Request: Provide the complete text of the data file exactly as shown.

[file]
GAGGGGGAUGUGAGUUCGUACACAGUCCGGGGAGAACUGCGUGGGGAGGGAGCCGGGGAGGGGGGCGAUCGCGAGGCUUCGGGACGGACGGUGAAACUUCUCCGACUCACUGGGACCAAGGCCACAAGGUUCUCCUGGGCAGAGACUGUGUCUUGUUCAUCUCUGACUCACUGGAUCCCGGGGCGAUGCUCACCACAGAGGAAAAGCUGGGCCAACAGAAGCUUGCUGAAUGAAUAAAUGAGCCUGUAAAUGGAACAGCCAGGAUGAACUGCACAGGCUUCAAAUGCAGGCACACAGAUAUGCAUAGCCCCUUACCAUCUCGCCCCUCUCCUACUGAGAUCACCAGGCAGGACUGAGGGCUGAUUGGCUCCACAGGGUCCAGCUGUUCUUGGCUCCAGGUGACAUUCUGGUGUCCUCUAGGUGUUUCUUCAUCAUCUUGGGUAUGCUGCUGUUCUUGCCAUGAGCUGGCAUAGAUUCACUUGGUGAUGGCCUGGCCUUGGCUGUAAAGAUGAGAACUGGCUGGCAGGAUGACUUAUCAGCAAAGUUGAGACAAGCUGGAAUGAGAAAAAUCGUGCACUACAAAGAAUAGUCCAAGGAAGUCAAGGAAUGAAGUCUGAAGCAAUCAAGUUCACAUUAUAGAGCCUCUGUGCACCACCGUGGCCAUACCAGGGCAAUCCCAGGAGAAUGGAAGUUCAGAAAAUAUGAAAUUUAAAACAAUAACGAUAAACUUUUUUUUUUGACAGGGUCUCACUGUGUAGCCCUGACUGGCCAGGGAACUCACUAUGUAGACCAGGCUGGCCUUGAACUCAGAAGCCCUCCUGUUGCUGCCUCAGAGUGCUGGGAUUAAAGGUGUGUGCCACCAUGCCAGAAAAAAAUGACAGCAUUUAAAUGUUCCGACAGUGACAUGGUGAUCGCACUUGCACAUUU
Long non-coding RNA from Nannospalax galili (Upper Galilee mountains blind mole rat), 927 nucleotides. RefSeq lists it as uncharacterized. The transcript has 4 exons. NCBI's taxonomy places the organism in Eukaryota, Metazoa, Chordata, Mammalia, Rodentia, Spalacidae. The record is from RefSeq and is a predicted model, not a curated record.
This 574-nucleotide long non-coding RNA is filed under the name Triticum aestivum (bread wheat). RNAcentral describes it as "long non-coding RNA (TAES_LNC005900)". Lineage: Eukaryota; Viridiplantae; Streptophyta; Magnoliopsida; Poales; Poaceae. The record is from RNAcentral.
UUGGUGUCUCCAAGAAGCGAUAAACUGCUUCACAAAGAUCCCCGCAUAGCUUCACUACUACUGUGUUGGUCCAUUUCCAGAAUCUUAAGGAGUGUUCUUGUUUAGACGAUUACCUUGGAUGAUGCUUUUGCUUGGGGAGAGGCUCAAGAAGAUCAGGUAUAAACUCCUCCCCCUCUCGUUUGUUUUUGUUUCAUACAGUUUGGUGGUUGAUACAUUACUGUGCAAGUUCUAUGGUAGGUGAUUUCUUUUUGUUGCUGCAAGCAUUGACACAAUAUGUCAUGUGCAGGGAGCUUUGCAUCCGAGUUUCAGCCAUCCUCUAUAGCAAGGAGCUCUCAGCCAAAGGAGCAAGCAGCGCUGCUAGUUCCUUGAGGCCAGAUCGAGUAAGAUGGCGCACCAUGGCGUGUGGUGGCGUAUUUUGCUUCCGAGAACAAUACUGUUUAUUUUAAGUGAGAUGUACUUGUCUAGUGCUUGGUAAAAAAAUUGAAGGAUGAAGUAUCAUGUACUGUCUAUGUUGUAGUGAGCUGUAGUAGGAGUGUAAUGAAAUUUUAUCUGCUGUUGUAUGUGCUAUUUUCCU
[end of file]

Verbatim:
GAGGGGGAUGUGAGUUCGUACACAGUCCGGGGAGAACUGCGUGGGGAGGGAGCCGGGGAGGGGGGCGAUCGCGAGGCUUCGGGACGGACGGUGAAACUUCUCCGACUCACUGGGACCAAGGCCACAAGGUUCUCCUGGGCAGAGACUGUGUCUUGUUCAUCUCUGACUCACUGGAUCCCGGGGCGAUGCUCACCACAGAGGAAAAGCUGGGCCAACAGAAGCUUGCUGAAUGAAUAAAUGAGCCUGUAAAUGGAACAGCCAGGAUGAACUGCACAGGCUUCAAAUGCAGGCACACAGAUAUGCAUAGCCCCUUACCAUCUCGCCCCUCUCCUACUGAGAUCACCAGGCAGGACUGAGGGCUGAUUGGCUCCACAGGGUCCAGCUGUUCUUGGCUCCAGGUGACAUUCUGGUGUCCUCUAGGUGUUUCUUCAUCAUCUUGGGUAUGCUGCUGUUCUUGCCAUGAGCUGGCAUAGAUUCACUUGGUGAUGGCCUGGCCUUGGCUGUAAAGAUGAGAACUGGCUGGCAGGAUGACUUAUCAGCAAAGUUGAGACAAGCUGGAAUGAGAAAAAUCGUGCACUACAAAGAAUAGUCCAAGGAAGUCAAGGAAUGAAGUCUGAAGCAAUCAAGUUCACAUUAUAGAGCCUCUGUGCACCACCGUGGCCAUACCAGGGCAAUCCCAGGAGAAUGGAAGUUCAGAAAAUAUGAAAUUUAAAACAAUAACGAUAAACUUUUUUUUUUGACAGGGUCUCACUGUGUAGCCCUGACUGGCCAGGGAACUCACUAUGUAGACCAGGCUGGCCUUGAACUCAGAAGCCCUCCUGUUGCUGCCUCAGAGUGCUGGGAUUAAAGGUGUGUGCCACCAUGCCAGAAAAAAAUGACAGCAUUUAAAUGUUCCGACAGUGACAUGGUGAUCGCACUUGCACAUUU
Long non-coding RNA from Nannospalax galili (Upper Galilee mountains blind mole rat), 927 nucleotides. RefSeq lists it as uncharacterized. The transcript has 4 exons. NCBI's taxonomy places the organism in Eukaryota, Metazoa, Chordata, Mammalia, Rodentia, Spalacidae. The record is from RefSeq and is a predicted model, not a curated record.
This 574-nucleotide long non-coding RNA is filed under the name Triticum aestivum (bread wheat). RNAcentral describes it as "long non-coding RNA (TAES_LNC005900)". Lineage: Eukaryota; Viridiplantae; Streptophyta; Magnoliopsida; Poales; Poaceae. The record is from RNAcentral.
UUGGUGUCUCCAAGAAGCGAUAAACUGCUUCACAAAGAUCCCCGCAUAGCUUCACUACUACUGUGUUGGUCCAUUUCCAGAAUCUUAAGGAGUGUUCUUGUUUAGACGAUUACCUUGGAUGAUGCUUUUGCUUGGGGAGAGGCUCAAGAAGAUCAGGUAUAAACUCCUCCCCCUCUCGUUUGUUUUUGUUUCAUACAGUUUGGUGGUUGAUACAUUACUGUGCAAGUUCUAUGGUAGGUGAUUUCUUUUUGUUGCUGCAAGCAUUGACACAAUAUGUCAUGUGCAGGGAGCUUUGCAUCCGAGUUUCAGCCAUCCUCUAUAGCAAGGAGCUCUCAGCCAAAGGAGCAAGCAGCGCUGCUAGUUCCUUGAGGCCAGAUCGAGUAAGAUGGCGCACCAUGGCGUGUGGUGGCGUAUUUUGCUUCCGAGAACAAUACUGUUUAUUUUAAGUGAGAUGUACUUGUCUAGUGCUUGGUAAAAAAAUUGAAGGAUGAAGUAUCAUGUACUGUCUAUGUUGUAGUGAGCUGUAGUAGGAGUGUAAUGAAAUUUUAUCUGCUGUUGUAUGUGCUAUUUUCCU